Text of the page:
Often in marriage therapy, it’s common for a couple to come in with complaints of decreased intimacy, less frequent sex, loss of loving feelings, and overall lower levels of connection. These complaints are often wrapped up in surface level accusations, and the couple is familiar with the “dance” that ensues when the issues are brought up. This can be so defeating for each spouse as they feel as if they get nowhere in discussion. Getting bogged down in communication about frustrating events, and never quite getting to deeper, more hidden issues is a common experience.
So, why is it so hard to dive beneath the surface level problems and communicate on a level that addresses our real fears about intimacy? In his book Can Love Last?, Stephen A. Mitchell discusses the ways couples degrade romance in their relationship. It’s a common view that romance and loving feelings fade with time in long-lasting relationships, as the reality of bills, careers, and children take hold. Mitchell argues, however, that romance doesn’t fade, but that spouses intentionally and unintentionally degrade it with their actions. By doing so the familiar, perhaps dull stability of the relationship is kept intact. One of the ways this is accomplished is through the creation of unhelpful habits in relation to our spouse. Mitchell suggests that habituation can be a defense, a protective degradation against the vulnerability of being known in romantic love.
It’s risky to be known, perhaps more so in a committed, marital relationship than anywhere else. A large amount of extra-marital affairs and pornography use in our culture seem to point in that direction. It would be understandable if a reader looked at the last sentence and thought “aren’t affairs and pornography riskier than a sexual relationship inside a marriage?” To be certain there’s risk in the extreme damage that can be done by each, but to participate in the moment requires far less risk. Rarely do partners in an affair have the history and deep emotional connection of spouses, and pornography will literally be whatever the viewer wants it to be. There will never be rejection. There is no risk. In a committed relationship, there is vulnerability and potential for injury. It makes sense then that spouses may be protecting themselves from hurt and degrading romance and intimacy, the very things which require risk, in their marriage.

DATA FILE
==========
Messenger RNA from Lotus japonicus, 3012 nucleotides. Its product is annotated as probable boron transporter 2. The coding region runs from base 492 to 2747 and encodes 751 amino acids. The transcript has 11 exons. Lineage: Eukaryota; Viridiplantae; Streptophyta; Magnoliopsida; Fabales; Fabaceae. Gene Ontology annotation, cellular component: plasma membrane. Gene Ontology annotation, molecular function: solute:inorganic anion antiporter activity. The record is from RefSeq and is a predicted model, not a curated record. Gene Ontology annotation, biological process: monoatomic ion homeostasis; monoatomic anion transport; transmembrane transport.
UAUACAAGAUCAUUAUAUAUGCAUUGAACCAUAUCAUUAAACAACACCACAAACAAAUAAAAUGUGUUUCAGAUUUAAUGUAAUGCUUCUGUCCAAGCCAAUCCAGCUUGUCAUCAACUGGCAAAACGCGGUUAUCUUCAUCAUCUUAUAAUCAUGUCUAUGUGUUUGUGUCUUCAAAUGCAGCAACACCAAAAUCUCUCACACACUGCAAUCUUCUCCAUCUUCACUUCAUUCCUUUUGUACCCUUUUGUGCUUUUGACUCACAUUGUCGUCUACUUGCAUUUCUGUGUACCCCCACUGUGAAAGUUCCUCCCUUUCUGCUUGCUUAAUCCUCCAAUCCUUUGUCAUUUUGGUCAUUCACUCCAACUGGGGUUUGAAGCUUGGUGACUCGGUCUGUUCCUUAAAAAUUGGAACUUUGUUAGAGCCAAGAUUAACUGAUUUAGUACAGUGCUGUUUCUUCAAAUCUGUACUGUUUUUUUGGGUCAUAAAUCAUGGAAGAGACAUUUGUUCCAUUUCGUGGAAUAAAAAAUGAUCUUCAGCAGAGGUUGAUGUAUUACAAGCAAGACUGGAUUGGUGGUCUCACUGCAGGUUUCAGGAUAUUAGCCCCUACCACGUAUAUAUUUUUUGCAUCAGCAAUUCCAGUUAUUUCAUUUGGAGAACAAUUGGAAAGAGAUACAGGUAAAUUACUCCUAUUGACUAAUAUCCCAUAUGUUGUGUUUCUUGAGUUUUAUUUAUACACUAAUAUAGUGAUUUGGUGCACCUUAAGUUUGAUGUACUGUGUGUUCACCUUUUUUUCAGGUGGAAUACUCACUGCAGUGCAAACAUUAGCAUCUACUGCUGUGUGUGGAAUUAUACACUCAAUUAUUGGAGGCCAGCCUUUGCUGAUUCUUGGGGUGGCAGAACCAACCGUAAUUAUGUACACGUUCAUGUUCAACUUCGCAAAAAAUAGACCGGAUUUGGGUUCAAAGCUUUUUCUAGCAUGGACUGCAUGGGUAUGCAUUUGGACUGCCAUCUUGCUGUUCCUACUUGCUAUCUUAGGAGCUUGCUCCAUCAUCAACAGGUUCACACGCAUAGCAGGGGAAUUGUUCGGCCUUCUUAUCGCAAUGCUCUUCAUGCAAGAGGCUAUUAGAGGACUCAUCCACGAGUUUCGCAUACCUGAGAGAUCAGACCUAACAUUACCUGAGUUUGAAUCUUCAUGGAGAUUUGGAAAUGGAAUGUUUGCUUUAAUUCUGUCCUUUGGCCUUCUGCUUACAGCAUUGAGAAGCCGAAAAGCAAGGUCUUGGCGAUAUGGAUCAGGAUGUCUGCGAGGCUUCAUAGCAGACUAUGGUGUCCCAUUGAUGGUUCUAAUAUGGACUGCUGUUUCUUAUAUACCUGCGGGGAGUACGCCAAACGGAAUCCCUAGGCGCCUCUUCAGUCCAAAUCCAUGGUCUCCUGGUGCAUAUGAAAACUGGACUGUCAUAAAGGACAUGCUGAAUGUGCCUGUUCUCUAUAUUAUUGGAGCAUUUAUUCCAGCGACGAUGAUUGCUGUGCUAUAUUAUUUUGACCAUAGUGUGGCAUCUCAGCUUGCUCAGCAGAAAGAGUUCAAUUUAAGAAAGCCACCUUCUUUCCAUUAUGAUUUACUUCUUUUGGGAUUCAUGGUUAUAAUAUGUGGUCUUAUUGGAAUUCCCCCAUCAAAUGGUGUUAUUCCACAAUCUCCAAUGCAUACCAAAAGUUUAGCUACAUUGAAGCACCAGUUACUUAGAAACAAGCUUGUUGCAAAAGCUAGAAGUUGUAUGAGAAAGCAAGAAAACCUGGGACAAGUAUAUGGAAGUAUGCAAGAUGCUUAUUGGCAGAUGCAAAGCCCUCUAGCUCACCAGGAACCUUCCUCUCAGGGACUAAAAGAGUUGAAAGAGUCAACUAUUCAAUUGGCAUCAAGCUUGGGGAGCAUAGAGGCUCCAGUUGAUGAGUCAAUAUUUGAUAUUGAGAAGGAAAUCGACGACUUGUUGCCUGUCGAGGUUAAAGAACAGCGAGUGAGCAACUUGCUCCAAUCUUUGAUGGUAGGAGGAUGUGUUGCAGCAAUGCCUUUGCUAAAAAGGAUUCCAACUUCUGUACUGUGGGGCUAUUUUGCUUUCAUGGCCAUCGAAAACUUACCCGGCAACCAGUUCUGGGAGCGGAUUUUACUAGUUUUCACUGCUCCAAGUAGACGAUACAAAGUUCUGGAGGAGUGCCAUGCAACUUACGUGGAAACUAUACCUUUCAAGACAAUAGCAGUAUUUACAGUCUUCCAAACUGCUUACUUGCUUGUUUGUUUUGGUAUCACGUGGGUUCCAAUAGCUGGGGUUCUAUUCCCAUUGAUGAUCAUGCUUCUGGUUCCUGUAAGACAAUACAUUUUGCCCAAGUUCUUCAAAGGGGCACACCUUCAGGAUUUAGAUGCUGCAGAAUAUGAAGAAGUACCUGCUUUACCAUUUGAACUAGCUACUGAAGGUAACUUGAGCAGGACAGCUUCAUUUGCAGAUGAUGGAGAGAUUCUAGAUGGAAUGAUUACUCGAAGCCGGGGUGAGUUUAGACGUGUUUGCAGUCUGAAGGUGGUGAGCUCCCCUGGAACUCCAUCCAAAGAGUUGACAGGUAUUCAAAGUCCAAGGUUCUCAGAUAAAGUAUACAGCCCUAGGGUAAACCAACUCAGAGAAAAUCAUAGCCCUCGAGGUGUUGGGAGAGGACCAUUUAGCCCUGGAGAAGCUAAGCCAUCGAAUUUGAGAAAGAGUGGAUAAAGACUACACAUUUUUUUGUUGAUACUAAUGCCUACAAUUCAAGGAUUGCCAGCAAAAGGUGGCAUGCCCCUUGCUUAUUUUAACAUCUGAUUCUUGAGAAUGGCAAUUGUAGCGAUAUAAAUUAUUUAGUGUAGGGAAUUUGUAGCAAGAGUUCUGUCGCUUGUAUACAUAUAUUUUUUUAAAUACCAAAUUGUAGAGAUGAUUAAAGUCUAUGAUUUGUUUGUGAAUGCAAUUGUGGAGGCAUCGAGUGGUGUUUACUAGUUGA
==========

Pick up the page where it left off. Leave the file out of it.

Thinking about limited intimacy and romance in a relationship in this way is a complete 180 for many. It requires each spouse to look at how they contribute to the co-creation of fading romance. Again, from Mitchell:
“When patients complain of dead and lifeless marriages, it is often possible to show them how precious the deadness is to them, how carefully maintained and insisted upon, how the very mechanical, totally predictable quality of lovemaking serves as a bulwark against the dread of surprise and unpredictability. Thus ‘secure attachment’ is not a terribly useful model of mutual, adult romantic love, except in its fantasy, illusory, security-bolstering dimensions. Love, by its very nature is not secure; we keep wanting to make it so.”
What ways do you protect yourself from risk in your marriage? Do any of your habits inhibit romance and connection? Do you fear being seen and known by your spouse? I hope you’ll speak with your spouse about your answers to these questions. The conversation certainly wouldn’t be predictable.